Magazine article New Zealand Management

TENURE: Has Your Board Hit Its Use-By Date?

Magazine article New Zealand Management

TENURE: Has Your Board Hit Its Use-By Date?

Article excerpt

Byline: Iain McCormick

The demands by stakeholders for boards to ensure that effective business strategy is implemented are growing rapidly. Boards of directors must maximise their effectiveness in strategy development and implementation and so ensure they are not in danger of outlasting their use-by dates.

The recent controversy over Hanover Finance has placed those directors in the brightest of spotlights. In December 2008 hundreds of investors expressed their displeasure at the board of the failed finance company. Emotion levels were high with one investor suggesting investors may not live long enough to see the results of the proposed rescue plan.

The Herald recently reported that Prime Minister John Key had expressed his displeasure at the price hikes by Genesis Energy and called on the company to reconsider these.

These examples illustrate the critically important role of any board in contributing to effective business strategy that is in line with the reasonable expectations of shareholders.

The way in which boards contribute to strategy development is highly varied. Some boards work with management to jointly develop strategic direction, other boards review and challenge the strategy that management has developed, while some merely rubber-stamp managementCOs strategy.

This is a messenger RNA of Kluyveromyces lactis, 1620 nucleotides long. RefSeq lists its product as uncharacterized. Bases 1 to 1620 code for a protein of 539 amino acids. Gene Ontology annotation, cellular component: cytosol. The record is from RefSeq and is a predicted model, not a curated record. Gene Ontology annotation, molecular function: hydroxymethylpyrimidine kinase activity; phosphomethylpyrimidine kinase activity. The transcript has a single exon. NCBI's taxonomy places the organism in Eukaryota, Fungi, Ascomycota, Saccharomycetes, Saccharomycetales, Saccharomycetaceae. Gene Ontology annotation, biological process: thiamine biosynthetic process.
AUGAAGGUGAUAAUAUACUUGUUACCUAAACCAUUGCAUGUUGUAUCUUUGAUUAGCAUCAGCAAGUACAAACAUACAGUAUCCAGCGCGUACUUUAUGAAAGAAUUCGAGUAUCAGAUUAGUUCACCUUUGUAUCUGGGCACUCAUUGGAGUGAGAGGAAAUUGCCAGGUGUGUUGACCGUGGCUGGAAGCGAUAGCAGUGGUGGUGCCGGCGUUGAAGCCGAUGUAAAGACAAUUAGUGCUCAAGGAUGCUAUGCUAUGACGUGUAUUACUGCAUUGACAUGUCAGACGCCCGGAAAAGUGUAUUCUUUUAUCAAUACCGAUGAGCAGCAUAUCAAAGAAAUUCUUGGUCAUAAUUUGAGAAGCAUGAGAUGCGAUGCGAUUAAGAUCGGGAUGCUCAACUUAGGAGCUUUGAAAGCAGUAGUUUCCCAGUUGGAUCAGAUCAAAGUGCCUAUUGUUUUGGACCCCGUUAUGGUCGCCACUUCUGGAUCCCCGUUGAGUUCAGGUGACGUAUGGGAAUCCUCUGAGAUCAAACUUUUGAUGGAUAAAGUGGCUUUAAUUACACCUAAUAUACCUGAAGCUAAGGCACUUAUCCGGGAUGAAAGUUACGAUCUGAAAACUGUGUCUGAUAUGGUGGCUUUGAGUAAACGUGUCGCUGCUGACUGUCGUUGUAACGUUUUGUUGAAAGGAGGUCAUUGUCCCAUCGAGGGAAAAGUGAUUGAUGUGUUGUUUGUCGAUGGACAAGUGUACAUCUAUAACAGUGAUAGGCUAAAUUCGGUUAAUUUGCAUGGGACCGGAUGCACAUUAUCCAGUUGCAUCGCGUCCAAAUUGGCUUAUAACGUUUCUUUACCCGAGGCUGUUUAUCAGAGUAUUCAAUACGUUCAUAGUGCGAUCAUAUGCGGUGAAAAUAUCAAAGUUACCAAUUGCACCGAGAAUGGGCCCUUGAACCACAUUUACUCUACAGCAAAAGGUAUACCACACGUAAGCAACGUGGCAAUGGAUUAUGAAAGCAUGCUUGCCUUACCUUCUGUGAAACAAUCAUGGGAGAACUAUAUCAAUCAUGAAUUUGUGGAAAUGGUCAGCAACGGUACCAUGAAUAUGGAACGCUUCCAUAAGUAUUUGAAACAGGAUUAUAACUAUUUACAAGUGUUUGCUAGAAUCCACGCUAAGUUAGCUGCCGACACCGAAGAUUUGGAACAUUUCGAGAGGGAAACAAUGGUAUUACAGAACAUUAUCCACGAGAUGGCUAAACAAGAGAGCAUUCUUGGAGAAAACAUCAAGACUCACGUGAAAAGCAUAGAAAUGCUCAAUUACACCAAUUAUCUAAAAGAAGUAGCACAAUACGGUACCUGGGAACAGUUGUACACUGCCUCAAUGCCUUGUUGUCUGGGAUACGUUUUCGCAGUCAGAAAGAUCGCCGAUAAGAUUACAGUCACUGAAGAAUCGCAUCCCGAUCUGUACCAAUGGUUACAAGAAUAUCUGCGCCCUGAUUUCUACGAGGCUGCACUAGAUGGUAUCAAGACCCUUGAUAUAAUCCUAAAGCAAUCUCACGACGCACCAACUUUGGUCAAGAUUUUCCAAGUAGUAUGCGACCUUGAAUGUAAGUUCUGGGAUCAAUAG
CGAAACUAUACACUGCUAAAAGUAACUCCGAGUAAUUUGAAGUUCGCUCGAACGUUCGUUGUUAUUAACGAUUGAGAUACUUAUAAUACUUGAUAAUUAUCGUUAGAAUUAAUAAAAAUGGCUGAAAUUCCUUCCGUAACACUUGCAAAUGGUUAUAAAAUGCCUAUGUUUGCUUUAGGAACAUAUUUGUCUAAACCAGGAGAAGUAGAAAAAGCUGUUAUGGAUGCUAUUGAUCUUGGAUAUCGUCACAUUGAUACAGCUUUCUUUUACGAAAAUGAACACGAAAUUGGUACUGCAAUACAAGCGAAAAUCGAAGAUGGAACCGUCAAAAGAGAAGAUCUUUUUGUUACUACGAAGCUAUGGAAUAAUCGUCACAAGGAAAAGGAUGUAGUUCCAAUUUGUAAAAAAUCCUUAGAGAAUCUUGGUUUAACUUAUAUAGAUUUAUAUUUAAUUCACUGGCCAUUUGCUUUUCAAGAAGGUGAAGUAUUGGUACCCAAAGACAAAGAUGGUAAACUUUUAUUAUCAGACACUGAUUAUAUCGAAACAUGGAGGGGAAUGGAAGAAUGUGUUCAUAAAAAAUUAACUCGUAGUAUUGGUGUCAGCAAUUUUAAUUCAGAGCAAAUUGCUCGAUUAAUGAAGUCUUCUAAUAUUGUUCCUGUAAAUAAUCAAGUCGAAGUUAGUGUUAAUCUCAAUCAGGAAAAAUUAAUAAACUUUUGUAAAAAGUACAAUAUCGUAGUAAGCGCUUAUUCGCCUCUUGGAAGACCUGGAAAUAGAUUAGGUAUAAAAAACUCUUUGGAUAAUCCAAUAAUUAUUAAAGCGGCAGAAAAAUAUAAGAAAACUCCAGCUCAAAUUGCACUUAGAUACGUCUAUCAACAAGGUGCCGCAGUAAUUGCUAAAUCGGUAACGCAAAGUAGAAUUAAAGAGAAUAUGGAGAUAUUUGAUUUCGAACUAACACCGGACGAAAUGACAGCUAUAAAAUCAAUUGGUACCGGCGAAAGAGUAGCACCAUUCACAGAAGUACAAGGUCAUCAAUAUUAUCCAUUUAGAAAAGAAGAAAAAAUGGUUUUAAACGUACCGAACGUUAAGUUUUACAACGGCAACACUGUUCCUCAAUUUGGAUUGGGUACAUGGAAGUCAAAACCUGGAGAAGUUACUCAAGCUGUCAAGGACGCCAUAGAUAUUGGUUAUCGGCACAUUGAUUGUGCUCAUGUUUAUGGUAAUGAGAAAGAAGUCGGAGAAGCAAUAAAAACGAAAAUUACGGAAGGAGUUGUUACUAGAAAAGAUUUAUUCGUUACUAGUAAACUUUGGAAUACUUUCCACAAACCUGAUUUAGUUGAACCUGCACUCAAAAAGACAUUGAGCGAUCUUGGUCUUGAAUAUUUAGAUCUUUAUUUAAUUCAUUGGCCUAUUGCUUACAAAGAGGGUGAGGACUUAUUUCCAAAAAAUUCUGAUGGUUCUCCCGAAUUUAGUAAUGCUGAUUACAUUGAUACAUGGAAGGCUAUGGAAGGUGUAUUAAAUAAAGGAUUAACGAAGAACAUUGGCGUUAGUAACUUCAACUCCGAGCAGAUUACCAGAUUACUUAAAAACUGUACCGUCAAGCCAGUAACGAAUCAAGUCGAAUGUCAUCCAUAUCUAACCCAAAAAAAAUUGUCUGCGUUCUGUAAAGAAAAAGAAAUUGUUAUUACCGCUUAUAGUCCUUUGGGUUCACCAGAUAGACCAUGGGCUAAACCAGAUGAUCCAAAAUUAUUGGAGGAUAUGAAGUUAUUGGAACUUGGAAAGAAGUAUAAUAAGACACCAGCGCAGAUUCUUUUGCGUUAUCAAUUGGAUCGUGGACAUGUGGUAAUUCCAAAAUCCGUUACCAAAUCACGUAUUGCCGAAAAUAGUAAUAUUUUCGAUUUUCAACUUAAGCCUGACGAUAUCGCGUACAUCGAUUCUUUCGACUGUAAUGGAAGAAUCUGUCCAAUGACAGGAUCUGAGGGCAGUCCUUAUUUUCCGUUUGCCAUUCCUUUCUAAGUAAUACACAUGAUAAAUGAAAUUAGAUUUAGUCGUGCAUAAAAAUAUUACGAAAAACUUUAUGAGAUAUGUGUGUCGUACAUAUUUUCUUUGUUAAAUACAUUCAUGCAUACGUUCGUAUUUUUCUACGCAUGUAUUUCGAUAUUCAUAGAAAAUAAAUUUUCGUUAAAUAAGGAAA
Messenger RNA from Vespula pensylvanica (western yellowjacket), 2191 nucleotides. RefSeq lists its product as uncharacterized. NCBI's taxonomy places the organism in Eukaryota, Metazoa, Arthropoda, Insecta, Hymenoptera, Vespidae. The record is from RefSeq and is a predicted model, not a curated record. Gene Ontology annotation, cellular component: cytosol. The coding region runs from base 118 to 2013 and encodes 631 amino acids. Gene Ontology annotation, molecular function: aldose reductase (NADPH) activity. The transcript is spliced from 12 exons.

Brauer and Schmidt, two European researchers, in their 2008 article in Corporate Strategy suggest a distinction can be made between two broad schools of thought on board involvement in strategy: the CyactiveCO and the CypassiveCO school. The CyactiveCO school means that board members act as independent thinkers who actively shape the strategic development of their organisations. While the CypassiveCO school views the role of a board as to review and challenge strategy.

Studies of corporate governance in the 1970s and 1980s suggested that many boards at that time had little involvement in strategy. In the 1971 book Directors: myth and reality, Myles Mace suggested that many boards of directors did not establish objectives, strategies and policies, did not ask discerning questions and did not select the CEO. A frightening situation.

This situation may not be quite as strange as it may seem with management writers such as Henry Mintzberg suggesting planned strategies, the types that are developed in planning retreats, may become irrelevant when new unforeseen opportunities emerge in the life of the organisation. This emergent strategy therefore consists of the sum of the important management decisions made over time. It may be totally different to output of the planned strategy the board was involved in.

While in practice effective business strategy is almost always an unpredictable mix of planned and emergent strategy, this in no way justifies a passive approach by the board. Not only is strategy development a requirement of effective board leadership but it is typically hungered for by the CEO.

My own experience from many board reviews in New Zealand and internationally is that most CEOs see the board as having a critical role in strategy but the reality of the boardCOs input into strategy sessions is often disappointing to the CEO. This hunch of mine is confirmed by David Nader in a paper entitled C[pounds sterling]WhatCOs the boardCOs role in strategy development?: Engaging the board in corporate strategyC[yen], in Strategy & Leadership, 2004. Nader suggests that while CEOs believe that participating in corporate strategy is the second most important activity that their boards undertake; CEOs rate boards as poor and give them only 11th highest ranking for their performance in this area.

If the boardCOs role in strategy is important in more normal times, it is vital in the current global economic climate.

Andrew Tuch, co-editor, Harvard Law School corporate governance blog, suggests the following to help the board maintain its utility in these troubled times:

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